April 11, 2008

Track Teams Gear Up for Sea-Ray Relays

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Following up on the momentum from last weekend’s Penn Invitational, the men’s and women’s track teams are gearing up for a meet today in Knoxville, Tenn., the Sea-Ray Relays. After combining for 11 event wins, 10 IC4A qualifiers, four NCAA qualifiers, and 11 ECAC qualifying marks last Saturday, the track teams are looking to gradually build on their earlier successes this season, using the competitive nature of the Tennessee Relays to elevate their level of performance.
“The competitive level at Tennessee is always very high,” said women’s head coach Lou Duesing. “We see teams that we don’t usually see — from the Southeast conference, the ACC, the America Conference — and that’s exciting. Teams have usually gone down and responded very well to those competitive situations. It’s even more competitive this year because it’s an Olympic year; it’s not just a collegiate meet. So we will see some athletes that are trying to get into Olympic trials, get qualifying marks, and just get into a quality meet to do some great work.”
Now that the Red is getting back into the swing of the regular season following Spring Break, it will be depending on its seniors and standout performers to continue a competitive outdoor campaign. Building off of 22 top-5 finishes and an overall impressive showing at the Penn Invitational — especially from senior Mike Smayda, junior Andy Miller and sophomores Jason Inzana and Scott Jaffee, in the 800 meters, pole vault and discus, respectively — the men continually want to improve on their personal bests. Seniors Muhammad Halim and Aaron Merrill will also return to action this weekend.
“Muhammad Halim will be competing this weekend,” said men’s head coach NathanTaylor. “And Aaron Merrill will be back this weekend — he hasn’t run in three weeks,” Taylor said.
The women will be looking for ways to up the ante in this weekend’s competition after athletes including juniors Jeomi Maduka and Maria Matos, and sophomores Erin Roberts, Stephanie Pancoast and Jessica Weyman had qualifying times and distances. They will be working on refining their technique this week in practice. The team will be working on specialized events in hurdles, relays and throwing events to ensure consistent growth in skills over the course of the spring season.
“Usually, from a conditioning standpoint, if the work hasn’t been done at this point, it’s really too late,” Duesing said. “Most of what we’re doing [during practice] is technical skills with field events, steeplechasers, hurdlers — the reason you work on techniques there is because they are all different events than what we had during the indoor season. For example, if you put a few more hurdles in and up the distance, someone from the 60-meter hurdles can have a lot of trouble with the 100-meter hurdles.”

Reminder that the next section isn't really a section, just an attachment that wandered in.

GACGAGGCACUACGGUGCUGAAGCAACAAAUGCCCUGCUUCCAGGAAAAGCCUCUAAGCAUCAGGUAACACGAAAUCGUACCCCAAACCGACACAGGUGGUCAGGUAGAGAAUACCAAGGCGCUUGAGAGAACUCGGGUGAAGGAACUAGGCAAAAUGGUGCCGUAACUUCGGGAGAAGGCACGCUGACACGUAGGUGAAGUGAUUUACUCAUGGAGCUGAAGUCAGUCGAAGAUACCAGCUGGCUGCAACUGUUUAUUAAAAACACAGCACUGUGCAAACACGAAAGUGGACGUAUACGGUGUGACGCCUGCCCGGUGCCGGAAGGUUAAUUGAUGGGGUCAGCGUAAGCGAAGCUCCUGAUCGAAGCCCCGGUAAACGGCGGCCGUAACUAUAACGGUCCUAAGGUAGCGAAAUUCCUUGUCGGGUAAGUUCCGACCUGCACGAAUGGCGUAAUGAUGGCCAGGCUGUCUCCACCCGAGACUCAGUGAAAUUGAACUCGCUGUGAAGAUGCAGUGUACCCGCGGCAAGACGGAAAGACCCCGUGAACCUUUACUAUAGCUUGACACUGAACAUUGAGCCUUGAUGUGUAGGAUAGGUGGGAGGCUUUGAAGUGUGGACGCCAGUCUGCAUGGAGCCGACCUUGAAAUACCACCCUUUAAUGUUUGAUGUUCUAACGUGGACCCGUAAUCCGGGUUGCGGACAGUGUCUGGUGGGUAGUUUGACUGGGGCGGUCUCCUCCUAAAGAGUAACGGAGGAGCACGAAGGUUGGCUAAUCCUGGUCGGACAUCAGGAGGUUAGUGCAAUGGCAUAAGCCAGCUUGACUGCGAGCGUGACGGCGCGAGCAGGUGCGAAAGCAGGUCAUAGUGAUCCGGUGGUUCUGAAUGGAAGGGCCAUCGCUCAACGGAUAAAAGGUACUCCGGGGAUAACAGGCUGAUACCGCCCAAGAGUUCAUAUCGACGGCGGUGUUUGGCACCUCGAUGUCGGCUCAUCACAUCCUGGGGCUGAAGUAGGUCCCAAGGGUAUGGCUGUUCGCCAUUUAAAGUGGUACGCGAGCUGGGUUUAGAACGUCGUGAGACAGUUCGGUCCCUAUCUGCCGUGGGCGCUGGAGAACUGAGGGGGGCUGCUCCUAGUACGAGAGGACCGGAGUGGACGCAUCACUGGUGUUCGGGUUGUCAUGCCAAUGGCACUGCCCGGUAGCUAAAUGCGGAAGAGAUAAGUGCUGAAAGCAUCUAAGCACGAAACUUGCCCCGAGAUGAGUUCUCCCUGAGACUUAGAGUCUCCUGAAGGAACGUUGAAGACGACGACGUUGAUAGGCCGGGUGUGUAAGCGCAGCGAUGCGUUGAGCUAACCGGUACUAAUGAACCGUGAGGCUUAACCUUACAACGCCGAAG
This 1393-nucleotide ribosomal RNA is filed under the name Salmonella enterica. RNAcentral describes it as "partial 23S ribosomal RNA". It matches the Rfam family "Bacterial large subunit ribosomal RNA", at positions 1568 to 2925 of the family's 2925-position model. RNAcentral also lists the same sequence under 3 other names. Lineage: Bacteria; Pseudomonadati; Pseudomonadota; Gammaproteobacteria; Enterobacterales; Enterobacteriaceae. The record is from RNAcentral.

The runners in particular can have a hard time getting back into a comfortable rhythm, which is one of the biggest concerns at this point. Since they are already in good shape, most of their performance hinges on timing and the knowledge of how to strategically attack a race.
“With middle and long distance runners, so much of their work has already been done up to this point,” Duesing said. “Maybe for another week or so we will keep doing regular workouts, but as we get beyond that, we really start to bring things down in terms of overall volume of work. Techniques will sharpen people for later meets in the season.”
For the throwers, practice is key and repetition is especially vital. While they are constantly trying to increase their strength through weight-training, the throwers also have to acclimate to different throwing events as they learn how to smoothly transition from the indoor season earlier in the year to the outdoor season in the spring.
“Throwers will continue to lift pretty heavily in the weight-room for a few more weeks,” Duesing said. “But there again — the discus, the hammer, the javelin — they’re all different. So, it’s important to get a lot of repetitions, and that is what we are trying to focus on.”
At Tennessee, the Red will get a chance to see how they stack up against world-class athletes.
“Most of our top guys are going to be competing in Tennessee this weekend,” Taylor said. “So we’ll get a good glimpse of how those top performers are going to stack up against very good competition from the SCC, the AC, and a couple of Big Ten teams will be there as well. It’ll be a great opportunity for our top guys to get a sense of where they are.”
“[Tennessee] is also a chance to prepare for the Penn Relays in a couple of weeks,” Duesing said. “We want the 4×100, the 4×400, the 4×800 and the distance medley to be competitive — all of those relays will be running those this weekend. So, it’s not only the individual performance but the relay performance where you want people to perform well. Throwers and distance runners will also be able to go down to Bucknell after Tennessee, and that’s always been a very good meet for us.”
This weekend will be a good test for the Cornell teams — after the Sea-Ray Relays, the Red will not only be able to compete with top-notch athletes but will also get a chance to get its competitive juices flowing as it gets towards the heart of the 2008 spring outdoor campaign.
“This is one of those weekends where people know they will be in great, competitive situations,” Duesing said. “And we always want athletes to take advantage of these opportunities because a lot of times, they don’t come around again.”